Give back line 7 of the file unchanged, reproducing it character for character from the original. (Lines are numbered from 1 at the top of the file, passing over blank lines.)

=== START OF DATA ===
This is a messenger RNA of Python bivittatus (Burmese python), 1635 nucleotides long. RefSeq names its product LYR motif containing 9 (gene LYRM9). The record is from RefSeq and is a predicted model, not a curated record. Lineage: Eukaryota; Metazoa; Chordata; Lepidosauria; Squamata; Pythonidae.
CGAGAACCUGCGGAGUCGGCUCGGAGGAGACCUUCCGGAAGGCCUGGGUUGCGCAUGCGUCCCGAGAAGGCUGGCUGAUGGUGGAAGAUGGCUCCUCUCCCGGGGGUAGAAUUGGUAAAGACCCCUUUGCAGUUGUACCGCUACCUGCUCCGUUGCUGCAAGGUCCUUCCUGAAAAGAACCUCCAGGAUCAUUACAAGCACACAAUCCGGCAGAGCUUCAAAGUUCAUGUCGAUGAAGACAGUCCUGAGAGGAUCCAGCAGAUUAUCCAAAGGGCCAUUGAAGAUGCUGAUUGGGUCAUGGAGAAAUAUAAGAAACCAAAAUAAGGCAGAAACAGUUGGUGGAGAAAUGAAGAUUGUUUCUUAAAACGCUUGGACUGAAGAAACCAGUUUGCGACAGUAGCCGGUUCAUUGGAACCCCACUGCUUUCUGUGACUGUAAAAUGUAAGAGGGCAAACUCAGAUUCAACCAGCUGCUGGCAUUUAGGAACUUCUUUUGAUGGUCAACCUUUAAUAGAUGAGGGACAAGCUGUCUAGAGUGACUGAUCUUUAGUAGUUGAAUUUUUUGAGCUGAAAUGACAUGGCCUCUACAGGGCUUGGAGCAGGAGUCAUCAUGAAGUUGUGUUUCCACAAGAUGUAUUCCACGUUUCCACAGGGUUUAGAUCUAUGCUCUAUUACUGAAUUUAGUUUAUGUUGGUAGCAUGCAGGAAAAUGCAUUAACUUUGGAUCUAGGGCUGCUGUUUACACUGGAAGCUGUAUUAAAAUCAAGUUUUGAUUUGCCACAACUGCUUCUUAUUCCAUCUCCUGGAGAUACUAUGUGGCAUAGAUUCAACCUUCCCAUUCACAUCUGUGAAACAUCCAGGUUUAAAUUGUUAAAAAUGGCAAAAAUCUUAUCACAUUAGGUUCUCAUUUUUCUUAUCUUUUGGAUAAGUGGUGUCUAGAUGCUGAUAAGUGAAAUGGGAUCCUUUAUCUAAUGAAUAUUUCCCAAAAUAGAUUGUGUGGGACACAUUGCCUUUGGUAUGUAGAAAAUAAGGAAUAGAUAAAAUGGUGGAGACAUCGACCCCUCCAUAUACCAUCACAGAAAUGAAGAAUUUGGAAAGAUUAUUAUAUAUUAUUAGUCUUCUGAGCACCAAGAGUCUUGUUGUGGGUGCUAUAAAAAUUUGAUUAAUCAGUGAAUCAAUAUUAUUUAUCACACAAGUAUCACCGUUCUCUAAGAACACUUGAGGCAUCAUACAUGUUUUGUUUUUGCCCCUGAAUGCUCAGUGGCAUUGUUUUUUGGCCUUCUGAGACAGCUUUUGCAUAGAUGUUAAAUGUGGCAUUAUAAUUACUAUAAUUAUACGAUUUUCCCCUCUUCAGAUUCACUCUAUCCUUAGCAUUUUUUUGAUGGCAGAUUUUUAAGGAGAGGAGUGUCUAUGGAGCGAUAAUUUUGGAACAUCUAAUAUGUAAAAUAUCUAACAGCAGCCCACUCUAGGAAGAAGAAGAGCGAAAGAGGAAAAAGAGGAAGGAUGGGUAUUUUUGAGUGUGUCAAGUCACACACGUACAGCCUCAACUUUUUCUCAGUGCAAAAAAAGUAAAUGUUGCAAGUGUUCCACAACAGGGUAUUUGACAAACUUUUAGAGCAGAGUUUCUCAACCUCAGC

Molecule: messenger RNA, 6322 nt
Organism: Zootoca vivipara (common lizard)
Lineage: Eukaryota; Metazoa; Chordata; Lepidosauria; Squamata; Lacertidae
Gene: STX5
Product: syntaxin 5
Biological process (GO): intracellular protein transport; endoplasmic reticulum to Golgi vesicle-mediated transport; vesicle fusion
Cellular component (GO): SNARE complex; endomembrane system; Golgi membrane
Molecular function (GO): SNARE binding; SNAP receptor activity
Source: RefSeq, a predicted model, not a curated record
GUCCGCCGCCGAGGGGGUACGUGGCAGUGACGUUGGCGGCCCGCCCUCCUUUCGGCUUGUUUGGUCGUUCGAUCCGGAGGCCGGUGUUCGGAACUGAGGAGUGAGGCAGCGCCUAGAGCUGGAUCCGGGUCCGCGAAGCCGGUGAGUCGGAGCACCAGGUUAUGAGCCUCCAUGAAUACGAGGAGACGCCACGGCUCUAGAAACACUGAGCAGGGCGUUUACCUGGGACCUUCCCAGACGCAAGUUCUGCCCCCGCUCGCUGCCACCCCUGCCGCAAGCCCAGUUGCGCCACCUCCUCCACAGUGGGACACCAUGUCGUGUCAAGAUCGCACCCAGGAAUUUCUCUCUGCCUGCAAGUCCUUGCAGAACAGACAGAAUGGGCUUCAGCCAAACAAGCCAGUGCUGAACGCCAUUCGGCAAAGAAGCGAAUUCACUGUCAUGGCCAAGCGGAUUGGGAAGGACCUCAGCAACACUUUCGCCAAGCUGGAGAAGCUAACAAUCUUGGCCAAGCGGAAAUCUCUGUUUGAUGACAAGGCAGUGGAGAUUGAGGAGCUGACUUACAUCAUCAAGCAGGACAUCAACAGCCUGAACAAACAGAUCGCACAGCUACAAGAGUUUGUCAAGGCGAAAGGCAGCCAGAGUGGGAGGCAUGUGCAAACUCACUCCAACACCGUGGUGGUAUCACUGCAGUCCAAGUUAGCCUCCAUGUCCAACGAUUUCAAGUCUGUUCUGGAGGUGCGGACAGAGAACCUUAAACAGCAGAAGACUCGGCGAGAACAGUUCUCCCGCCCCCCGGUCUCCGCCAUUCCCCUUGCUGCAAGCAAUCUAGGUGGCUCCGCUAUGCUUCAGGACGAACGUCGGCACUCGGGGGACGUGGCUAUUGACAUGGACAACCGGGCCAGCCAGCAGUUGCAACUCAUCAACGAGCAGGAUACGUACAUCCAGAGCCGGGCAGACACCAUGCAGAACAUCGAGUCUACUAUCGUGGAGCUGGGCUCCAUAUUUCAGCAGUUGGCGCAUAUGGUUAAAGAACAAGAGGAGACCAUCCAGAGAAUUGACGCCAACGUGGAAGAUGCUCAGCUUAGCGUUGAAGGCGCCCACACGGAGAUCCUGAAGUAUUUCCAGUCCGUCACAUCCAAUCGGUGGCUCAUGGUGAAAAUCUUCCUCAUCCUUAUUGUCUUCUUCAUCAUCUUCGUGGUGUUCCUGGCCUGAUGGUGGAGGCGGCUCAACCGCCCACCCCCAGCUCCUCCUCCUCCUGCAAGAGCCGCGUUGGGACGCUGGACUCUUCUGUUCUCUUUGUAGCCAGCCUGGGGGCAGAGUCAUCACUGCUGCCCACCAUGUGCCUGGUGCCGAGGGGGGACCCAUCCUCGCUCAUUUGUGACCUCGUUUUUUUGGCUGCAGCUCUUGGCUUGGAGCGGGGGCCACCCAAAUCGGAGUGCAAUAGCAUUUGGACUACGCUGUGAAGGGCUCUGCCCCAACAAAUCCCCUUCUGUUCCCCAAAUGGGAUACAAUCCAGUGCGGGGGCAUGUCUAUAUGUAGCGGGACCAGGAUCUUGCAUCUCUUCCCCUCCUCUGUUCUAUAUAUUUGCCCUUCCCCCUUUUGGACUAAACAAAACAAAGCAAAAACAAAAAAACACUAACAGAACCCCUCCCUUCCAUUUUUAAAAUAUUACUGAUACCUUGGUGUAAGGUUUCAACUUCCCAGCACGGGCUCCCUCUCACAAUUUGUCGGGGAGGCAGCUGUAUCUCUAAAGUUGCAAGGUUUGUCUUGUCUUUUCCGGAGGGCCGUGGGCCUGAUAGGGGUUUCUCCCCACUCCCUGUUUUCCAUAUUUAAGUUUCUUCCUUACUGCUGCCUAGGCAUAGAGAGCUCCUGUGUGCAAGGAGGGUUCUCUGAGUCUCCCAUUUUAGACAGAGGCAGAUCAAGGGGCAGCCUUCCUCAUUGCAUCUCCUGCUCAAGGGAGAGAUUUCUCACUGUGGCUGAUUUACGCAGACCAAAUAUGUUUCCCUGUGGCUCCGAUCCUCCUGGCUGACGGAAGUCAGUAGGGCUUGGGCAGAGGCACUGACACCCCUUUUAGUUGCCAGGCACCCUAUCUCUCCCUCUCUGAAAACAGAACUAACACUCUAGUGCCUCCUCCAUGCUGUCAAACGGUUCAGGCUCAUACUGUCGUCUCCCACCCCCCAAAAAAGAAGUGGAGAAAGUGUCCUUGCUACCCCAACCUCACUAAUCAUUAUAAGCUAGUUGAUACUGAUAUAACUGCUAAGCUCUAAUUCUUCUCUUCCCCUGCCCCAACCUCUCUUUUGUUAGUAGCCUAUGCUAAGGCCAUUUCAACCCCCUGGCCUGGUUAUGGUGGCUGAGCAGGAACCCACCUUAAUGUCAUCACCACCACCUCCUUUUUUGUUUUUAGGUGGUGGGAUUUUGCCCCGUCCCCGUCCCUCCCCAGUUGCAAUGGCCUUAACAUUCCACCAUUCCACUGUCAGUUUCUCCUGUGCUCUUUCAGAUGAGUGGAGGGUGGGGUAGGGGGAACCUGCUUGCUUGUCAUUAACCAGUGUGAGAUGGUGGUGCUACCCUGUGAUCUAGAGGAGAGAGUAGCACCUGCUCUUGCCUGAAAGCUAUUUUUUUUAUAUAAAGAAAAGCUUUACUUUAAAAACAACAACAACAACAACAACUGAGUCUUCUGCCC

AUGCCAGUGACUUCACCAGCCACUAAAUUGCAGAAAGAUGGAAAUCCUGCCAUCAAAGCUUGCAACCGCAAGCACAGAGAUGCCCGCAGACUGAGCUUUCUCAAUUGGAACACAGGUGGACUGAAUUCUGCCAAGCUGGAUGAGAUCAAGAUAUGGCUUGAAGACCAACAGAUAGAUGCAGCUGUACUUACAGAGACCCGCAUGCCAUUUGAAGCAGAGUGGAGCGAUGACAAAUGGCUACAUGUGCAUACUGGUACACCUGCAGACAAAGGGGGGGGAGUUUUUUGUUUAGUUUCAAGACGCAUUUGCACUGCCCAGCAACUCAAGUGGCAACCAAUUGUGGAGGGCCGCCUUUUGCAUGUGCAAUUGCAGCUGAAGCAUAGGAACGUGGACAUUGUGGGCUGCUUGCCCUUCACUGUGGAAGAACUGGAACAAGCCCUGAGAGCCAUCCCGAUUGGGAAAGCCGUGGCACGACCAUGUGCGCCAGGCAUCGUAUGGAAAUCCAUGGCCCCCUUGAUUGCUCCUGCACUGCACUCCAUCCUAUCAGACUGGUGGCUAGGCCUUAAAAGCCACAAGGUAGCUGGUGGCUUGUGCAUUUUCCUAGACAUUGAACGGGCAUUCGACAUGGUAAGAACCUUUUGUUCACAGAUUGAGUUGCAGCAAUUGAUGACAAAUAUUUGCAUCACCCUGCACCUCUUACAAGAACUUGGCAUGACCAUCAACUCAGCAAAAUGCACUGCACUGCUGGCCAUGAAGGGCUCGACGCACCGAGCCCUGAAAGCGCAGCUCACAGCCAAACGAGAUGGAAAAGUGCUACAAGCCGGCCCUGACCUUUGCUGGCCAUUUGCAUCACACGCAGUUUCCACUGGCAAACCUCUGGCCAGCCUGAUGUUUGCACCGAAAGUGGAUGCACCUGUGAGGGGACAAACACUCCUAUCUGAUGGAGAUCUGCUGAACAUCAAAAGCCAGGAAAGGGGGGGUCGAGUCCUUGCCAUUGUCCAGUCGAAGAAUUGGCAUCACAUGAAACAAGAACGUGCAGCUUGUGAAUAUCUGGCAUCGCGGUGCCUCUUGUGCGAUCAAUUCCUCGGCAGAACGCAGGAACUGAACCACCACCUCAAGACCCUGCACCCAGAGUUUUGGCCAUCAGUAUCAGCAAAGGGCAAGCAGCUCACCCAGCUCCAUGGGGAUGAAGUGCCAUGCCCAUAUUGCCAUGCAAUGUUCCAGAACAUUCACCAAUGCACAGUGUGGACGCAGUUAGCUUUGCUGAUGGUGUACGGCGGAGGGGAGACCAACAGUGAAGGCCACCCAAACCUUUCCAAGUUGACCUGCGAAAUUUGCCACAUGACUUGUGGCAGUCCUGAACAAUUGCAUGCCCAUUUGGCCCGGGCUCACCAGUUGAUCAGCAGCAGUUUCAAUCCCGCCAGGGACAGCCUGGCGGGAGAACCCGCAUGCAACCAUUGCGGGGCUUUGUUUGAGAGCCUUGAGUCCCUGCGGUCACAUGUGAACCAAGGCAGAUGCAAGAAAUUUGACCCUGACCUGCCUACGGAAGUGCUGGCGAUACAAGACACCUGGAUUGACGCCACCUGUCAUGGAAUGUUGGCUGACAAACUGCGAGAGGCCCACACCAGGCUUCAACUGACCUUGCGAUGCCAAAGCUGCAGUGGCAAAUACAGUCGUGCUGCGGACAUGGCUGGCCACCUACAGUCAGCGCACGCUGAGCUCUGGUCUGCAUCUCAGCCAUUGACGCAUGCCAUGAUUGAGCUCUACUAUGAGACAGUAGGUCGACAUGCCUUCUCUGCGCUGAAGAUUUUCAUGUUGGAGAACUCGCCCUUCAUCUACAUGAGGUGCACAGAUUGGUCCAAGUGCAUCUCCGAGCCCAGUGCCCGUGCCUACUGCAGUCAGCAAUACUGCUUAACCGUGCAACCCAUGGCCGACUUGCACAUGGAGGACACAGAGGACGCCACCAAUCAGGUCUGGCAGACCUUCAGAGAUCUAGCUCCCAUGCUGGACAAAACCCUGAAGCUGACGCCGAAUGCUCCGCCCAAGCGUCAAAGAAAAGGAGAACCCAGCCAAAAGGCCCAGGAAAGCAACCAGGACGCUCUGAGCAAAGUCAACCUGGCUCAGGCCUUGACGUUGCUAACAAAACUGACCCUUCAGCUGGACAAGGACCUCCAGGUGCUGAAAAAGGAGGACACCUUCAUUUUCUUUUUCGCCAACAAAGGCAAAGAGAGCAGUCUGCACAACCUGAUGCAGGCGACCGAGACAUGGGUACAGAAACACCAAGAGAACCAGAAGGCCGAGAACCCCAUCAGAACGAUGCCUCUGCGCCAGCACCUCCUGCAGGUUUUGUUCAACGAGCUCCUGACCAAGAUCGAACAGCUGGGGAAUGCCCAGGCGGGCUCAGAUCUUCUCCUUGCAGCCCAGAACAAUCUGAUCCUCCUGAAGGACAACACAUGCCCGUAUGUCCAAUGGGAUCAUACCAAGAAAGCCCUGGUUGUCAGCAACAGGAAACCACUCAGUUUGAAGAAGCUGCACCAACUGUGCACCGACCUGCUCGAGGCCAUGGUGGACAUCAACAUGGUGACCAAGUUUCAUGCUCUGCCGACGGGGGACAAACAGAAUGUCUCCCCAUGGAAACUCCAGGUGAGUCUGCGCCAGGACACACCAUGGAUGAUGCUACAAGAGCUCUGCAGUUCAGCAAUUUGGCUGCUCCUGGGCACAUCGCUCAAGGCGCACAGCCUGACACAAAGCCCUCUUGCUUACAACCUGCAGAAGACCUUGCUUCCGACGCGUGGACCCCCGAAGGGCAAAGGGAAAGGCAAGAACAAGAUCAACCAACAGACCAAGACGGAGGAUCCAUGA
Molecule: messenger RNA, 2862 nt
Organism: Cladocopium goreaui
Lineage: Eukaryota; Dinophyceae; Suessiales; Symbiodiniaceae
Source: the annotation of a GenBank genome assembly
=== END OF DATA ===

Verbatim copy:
Product: syntaxin 5